People are a problem in cybersecurity and amplified in small businesses. Fixing that problem is more of an art than a science, as different techniques work for different companies. How do you prepare your employees to be the first line of defense against cybersecurity attacks? Using best practices from across public and private sector organizations.
As the owner of an SMB cybersecurity services company, I’ve gathered proven tips to help you establish – then mature – a cybersecurity training program for your staff.
The Culture Connection
Having a military background, information security has been drilled into my brain from day one. The consequences had national security implications and slip-ups weren’t viewed lightly.
For Main Street businesses and operations with a few dozen employees, the idea of being at risk can seem distant and small. That’s why the initial step of any good cybersecurity protection and training program is to create a cultural understanding that the information your company has been entrusted with has significance.
When employees value the organization, they can see the impact of cybersecurity, whether that’s protecting a single customer from a stolen credit card number or establishing partner trust as part of their supply chain.
Culture can also help employees internalize their role in protecting the brand; their actions are part of the trust brokered with customers, patients, or the public.
- Empower your defenders: Define each employee’s role in cybersecurity (and your other goals!) and spell out expectations
- Join the team: Nurturing feeling part of the group and responsible to other colleagues helps establish a sense of responsibility to do one’s part
- Stress vigilance: Make it easy to report anything questionable or concerning
Level The Lessons
Because different people in your organization have different roles and access, it’s important to tailor cybersecurity training. The 80/20 rule applies: approximately 80% of your staff requires basic training, and the other 20% will be more advanced. Everyone, regardless of their role or title, should have enough instruction to know what kinds of things are suspect, what to do if they see it, and other basic cyber and password hygiene.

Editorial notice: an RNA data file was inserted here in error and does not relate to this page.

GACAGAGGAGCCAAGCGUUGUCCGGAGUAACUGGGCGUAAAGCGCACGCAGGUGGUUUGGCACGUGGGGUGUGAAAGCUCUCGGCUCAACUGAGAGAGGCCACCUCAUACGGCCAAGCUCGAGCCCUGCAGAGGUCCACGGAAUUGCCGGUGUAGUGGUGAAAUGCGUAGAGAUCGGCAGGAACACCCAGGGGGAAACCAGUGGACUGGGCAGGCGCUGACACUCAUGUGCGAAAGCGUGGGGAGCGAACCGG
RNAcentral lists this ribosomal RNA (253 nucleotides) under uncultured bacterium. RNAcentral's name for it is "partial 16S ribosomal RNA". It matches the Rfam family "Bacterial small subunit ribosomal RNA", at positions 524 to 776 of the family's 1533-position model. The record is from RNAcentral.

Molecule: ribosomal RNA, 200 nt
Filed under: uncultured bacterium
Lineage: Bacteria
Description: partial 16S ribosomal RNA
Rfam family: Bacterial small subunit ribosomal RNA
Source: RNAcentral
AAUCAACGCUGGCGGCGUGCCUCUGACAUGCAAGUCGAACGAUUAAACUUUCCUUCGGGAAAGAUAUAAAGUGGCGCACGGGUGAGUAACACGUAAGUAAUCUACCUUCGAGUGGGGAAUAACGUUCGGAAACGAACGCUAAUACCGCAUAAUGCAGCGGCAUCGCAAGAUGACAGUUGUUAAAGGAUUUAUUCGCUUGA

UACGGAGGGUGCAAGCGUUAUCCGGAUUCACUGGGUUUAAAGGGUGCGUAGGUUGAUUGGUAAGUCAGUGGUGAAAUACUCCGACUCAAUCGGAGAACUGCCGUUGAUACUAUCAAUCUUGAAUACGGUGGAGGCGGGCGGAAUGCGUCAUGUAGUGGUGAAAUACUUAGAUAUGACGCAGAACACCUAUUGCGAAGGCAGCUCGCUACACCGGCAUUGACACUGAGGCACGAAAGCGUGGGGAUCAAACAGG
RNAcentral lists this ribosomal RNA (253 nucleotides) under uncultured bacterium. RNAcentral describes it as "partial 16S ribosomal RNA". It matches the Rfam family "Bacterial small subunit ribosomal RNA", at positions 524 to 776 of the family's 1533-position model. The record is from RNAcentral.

For those in service with access to customer data or company files, additional annual training should include Identifying and Protecting Personally Identifiable Information (PII); industry standards such as HIPAA, CMMC, or ISO27001; system configurations; emergency response to a breach; and any civil or legal penalties for data leaks. And, don’t forget about training your remote or hybrid employees! Those employees often have a direct connection to company systems and critical data.
For your IT team, C-suite, and senior-level managers, who may have access to banking and confidential information that could cripple the organization, annual training is should be joined by monthly or quarterly programs that provide updates on new schemes and risks; exercises to identify insider threats; and advanced training on new technology or new approaches to cybersecurity.
- Microlearning: Modules that take just a few minutes a month can remind employees about scams, risks, what to do, and their role.
- Outside expertise: Identifying outside training programs may be more affordable than developing lessons internally, allowing for individualized training programs.
- Gamification: Engaging content “sticks.” Adding entertainment to training, including videos, quizzes, or interactive elements, is more motivating and more memorable. And good, old-fashioned competition (like a leaderboard or rewards) will have employees clicking on training links within seconds of getting the email.
Cybersecurity training can’t be effective if it’s haphazard. To embed a true culture of security, you need to create a formalized training program with a regular cadence, delivered in such a way that employees can’t opt out. Participation and results should be monitored and tracked to show progression in knowledge or skills. It also never hurts to call out those who are top performers or compliers.
In addition to training, make sure your company has policies and processes that back up solid cybersecurity, including guidance for everyday issues like setting passwords, downloading apps, scheduling data backups and security patches, and handling payment cards. Spelling out your “rules” establishes expectations. However, no one is excited about a 200-page security manual, so also be sure to provide cheat sheets, flow charts for “how to,” and other resources or hotlines for employees who have questions or a problem. Engraining security is about making it easy to do the right thing.
- Testing: Simulated hacking and phishing can be used as a learning tool, creating teachable moments and reinforcing how easy it is to be tricked. Those who get “caught” shouldn’t be punished; instead, reinforce the correct skills to prevent the same mistake from happening again.
Run The Numbers
If your small business wants to take cybersecurity seriously, you’ll need to budget for training. People are your greatest asset and also your greatest liability. Human error is part of nearly all data incidents and it can be shaped.
A new Panaseer survey found that although businesses increased their cybersecurity budget by an average of 29% for 2023, respondents felt they needed an additional 40% rise to be confident in their ability to mitigate security risks. The survey reported that more than half would spend money on hiring additional security specialists, followed closely by investing in security awareness training (50%).
Your overall security profile is determined by security technology and your front-line defense, the actions of your employees. Don’t leave cybersecurity training to be an afterthought. Build your program on best practices from across the public and private sectors.